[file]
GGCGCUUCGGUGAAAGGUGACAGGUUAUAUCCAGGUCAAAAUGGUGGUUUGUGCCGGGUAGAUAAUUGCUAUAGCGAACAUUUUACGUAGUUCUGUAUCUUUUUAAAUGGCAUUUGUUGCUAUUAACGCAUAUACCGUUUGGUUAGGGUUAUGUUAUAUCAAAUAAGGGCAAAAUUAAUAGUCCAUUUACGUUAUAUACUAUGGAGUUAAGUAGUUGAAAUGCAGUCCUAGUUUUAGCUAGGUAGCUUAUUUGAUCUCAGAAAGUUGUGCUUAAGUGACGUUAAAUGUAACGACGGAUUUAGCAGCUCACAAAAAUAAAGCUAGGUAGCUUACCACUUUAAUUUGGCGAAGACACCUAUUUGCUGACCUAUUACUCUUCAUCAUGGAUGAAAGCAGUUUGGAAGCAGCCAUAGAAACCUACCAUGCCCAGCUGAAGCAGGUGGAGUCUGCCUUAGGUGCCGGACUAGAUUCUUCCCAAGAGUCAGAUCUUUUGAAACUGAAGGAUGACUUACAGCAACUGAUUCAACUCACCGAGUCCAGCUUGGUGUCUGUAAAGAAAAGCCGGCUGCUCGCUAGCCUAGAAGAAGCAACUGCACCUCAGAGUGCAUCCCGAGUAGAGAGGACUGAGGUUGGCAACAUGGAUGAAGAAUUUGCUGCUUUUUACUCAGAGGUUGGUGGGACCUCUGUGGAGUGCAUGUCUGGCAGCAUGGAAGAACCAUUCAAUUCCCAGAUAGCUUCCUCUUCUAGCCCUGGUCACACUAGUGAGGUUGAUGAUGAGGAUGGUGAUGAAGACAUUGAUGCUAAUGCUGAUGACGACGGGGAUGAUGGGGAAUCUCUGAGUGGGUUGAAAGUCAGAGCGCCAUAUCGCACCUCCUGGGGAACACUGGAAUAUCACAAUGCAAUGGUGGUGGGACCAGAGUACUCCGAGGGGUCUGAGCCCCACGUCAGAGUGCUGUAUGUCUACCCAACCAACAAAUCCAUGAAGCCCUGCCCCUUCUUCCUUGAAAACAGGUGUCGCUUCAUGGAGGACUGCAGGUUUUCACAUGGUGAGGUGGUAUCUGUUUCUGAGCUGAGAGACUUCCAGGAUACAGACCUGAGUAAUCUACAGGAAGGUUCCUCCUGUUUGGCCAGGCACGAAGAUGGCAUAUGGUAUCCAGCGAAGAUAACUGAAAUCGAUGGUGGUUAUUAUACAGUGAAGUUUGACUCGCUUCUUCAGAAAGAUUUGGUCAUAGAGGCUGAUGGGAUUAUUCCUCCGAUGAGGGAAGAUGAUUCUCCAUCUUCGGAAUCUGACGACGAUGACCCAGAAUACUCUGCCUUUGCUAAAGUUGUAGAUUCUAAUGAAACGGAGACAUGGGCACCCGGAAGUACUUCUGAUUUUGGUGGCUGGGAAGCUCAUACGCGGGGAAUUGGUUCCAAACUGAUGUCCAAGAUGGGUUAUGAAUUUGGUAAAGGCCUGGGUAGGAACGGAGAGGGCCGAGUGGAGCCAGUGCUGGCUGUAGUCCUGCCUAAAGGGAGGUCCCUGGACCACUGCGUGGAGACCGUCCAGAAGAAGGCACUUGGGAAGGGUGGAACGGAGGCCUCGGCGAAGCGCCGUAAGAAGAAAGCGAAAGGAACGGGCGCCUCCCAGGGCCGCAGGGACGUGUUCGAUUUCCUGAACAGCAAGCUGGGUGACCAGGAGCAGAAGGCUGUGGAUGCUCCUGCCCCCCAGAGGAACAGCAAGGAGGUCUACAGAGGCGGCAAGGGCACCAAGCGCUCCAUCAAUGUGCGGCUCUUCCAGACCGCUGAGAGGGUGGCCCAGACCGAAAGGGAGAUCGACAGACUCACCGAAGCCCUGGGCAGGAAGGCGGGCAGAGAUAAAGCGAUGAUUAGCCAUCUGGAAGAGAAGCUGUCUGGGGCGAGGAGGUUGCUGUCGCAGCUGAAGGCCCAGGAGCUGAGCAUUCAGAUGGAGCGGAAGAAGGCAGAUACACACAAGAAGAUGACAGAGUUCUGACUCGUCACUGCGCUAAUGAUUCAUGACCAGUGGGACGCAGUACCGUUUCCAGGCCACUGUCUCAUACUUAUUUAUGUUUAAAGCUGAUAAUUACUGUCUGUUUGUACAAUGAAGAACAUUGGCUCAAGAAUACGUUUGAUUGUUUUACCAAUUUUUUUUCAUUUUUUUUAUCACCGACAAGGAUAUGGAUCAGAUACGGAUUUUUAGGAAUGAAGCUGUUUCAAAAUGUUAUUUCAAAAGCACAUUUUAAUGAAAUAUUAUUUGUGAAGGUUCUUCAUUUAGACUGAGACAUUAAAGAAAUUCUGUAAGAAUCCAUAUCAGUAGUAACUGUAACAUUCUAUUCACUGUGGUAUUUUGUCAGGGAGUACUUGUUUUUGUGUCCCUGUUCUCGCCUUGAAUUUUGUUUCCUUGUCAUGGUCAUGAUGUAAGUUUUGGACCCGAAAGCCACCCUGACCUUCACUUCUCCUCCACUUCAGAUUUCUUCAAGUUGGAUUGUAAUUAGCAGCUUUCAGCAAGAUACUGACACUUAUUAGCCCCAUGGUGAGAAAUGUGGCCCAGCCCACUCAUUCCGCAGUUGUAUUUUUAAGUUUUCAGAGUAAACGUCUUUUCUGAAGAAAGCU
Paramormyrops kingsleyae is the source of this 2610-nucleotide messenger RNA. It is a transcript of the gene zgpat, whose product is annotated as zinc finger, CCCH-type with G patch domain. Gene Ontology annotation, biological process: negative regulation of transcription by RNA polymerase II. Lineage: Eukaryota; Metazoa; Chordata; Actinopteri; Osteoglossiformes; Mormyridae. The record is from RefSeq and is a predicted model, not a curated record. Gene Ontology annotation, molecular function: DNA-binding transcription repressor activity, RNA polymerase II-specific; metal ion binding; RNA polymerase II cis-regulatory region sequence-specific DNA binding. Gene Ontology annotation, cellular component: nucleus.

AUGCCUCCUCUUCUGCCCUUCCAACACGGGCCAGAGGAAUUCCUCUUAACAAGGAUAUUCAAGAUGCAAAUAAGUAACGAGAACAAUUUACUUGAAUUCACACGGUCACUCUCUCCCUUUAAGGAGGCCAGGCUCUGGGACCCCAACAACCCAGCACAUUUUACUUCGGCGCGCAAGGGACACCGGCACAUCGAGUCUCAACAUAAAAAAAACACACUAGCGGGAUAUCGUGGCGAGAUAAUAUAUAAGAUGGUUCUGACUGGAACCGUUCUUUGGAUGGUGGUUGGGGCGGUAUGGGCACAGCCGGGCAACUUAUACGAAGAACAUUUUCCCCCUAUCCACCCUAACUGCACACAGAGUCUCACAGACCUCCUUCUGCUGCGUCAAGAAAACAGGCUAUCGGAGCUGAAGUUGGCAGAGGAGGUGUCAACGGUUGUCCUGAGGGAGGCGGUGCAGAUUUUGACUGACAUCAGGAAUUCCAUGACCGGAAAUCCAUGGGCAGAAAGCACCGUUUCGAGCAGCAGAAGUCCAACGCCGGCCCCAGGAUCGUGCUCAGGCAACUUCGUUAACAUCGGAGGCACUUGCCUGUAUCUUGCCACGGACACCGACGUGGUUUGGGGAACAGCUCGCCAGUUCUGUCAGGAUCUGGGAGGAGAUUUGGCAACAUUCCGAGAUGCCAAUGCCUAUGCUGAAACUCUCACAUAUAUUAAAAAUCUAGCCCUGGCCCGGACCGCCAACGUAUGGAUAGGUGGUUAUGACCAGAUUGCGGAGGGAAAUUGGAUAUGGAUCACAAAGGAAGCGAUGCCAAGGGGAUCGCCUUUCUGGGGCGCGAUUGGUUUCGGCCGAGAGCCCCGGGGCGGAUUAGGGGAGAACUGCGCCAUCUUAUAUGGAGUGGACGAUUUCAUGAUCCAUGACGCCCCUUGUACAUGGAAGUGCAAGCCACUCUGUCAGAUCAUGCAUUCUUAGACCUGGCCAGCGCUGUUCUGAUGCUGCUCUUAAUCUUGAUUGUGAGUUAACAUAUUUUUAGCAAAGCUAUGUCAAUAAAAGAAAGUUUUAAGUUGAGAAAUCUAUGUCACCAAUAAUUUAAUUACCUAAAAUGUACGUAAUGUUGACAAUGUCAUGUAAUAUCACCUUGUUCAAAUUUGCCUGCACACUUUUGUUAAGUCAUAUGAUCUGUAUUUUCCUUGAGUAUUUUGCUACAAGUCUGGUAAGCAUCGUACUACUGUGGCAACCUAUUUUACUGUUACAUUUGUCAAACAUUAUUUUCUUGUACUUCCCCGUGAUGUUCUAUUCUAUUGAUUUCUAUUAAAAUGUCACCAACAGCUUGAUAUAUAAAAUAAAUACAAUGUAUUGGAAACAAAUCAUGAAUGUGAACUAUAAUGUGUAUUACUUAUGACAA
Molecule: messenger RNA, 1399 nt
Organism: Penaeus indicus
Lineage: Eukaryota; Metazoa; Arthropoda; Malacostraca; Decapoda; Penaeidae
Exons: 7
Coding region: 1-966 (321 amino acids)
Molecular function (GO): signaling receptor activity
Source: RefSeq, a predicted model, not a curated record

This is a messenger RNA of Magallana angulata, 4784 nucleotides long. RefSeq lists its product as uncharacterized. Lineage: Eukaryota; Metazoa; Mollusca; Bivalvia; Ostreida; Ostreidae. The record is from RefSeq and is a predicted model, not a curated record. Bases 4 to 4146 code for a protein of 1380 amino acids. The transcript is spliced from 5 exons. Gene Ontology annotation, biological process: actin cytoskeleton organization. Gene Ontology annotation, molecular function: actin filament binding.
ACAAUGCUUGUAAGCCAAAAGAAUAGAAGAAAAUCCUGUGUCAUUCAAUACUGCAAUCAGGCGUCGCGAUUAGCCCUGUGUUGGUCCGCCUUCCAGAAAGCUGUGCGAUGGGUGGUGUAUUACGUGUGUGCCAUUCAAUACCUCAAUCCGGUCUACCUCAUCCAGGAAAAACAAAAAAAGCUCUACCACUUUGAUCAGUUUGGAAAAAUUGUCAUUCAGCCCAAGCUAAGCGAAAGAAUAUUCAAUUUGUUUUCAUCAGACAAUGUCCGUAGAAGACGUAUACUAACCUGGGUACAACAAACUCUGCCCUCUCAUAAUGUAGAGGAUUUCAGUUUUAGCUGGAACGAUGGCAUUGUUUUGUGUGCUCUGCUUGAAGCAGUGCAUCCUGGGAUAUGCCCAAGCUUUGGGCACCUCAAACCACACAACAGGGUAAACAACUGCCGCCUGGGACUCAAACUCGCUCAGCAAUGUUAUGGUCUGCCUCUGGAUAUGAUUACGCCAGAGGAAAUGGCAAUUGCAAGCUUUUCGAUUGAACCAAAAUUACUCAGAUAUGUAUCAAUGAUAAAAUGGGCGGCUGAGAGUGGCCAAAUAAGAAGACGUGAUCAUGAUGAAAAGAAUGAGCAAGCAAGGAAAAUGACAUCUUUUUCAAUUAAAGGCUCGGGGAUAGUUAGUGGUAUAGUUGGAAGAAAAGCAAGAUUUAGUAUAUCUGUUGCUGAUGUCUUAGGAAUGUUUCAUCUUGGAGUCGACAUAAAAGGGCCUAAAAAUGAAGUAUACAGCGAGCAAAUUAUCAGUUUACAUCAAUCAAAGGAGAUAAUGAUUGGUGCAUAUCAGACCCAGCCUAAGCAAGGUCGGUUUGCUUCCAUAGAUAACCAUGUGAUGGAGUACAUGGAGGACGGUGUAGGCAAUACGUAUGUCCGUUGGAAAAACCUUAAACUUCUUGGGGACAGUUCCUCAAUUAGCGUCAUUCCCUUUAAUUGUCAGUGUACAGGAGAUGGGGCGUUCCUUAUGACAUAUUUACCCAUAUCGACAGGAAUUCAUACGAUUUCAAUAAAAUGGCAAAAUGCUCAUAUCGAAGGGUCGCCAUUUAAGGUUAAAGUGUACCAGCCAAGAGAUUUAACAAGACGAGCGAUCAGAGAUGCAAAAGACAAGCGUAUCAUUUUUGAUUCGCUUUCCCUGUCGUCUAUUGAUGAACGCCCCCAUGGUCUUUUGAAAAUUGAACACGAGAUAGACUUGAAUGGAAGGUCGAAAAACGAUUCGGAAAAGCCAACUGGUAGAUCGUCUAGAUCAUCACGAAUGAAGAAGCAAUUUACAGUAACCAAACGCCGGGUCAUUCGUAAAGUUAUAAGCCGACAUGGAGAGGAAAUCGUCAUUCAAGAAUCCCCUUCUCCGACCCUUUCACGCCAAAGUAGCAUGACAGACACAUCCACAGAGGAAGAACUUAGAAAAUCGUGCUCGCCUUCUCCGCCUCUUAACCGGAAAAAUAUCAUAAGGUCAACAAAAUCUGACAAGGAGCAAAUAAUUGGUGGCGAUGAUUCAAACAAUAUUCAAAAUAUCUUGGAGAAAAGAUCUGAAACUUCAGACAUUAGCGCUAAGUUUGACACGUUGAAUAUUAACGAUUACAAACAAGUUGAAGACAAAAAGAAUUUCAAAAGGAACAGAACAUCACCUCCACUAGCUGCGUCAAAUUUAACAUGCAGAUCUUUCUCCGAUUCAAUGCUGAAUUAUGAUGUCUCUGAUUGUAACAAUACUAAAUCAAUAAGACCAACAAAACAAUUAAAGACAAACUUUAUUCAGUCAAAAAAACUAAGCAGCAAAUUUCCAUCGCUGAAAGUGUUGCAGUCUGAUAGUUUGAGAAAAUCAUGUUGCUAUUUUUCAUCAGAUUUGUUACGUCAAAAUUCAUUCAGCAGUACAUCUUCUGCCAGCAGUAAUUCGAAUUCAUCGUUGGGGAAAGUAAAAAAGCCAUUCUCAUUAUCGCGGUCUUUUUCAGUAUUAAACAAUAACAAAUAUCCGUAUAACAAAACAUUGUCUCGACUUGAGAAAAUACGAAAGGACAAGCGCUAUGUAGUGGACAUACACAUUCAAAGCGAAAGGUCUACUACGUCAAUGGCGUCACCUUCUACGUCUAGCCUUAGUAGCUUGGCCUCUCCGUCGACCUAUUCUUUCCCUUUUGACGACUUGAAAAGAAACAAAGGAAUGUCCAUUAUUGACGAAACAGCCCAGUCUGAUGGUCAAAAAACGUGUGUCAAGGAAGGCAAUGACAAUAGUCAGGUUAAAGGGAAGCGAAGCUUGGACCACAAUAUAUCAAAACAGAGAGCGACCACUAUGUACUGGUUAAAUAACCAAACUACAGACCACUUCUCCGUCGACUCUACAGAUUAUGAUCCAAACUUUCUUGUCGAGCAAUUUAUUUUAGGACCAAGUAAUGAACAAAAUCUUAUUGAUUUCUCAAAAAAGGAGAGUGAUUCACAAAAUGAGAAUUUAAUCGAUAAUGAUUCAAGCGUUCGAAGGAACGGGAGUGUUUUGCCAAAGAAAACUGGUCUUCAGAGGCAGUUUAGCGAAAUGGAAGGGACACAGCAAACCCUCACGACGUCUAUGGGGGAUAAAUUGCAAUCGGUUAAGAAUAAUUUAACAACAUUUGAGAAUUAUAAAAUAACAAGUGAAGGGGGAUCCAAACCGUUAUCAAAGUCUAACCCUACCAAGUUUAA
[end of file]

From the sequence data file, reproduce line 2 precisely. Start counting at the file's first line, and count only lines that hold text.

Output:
Paramormyrops kingsleyae is the source of this 2610-nucleotide messenger RNA. It is a transcript of the gene zgpat, whose product is annotated as zinc finger, CCCH-type with G patch domain. Gene Ontology annotation, biological process: negative regulation of transcription by RNA polymerase II. Lineage: Eukaryota; Metazoa; Chordata; Actinopteri; Osteoglossiformes; Mormyridae. The record is from RefSeq and is a predicted model, not a curated record. Gene Ontology annotation, molecular function: DNA-binding transcription repressor activity, RNA polymerase II-specific; metal ion binding; RNA polymerase II cis-regulatory region sequence-specific DNA binding. Gene Ontology annotation, cellular component: nucleus.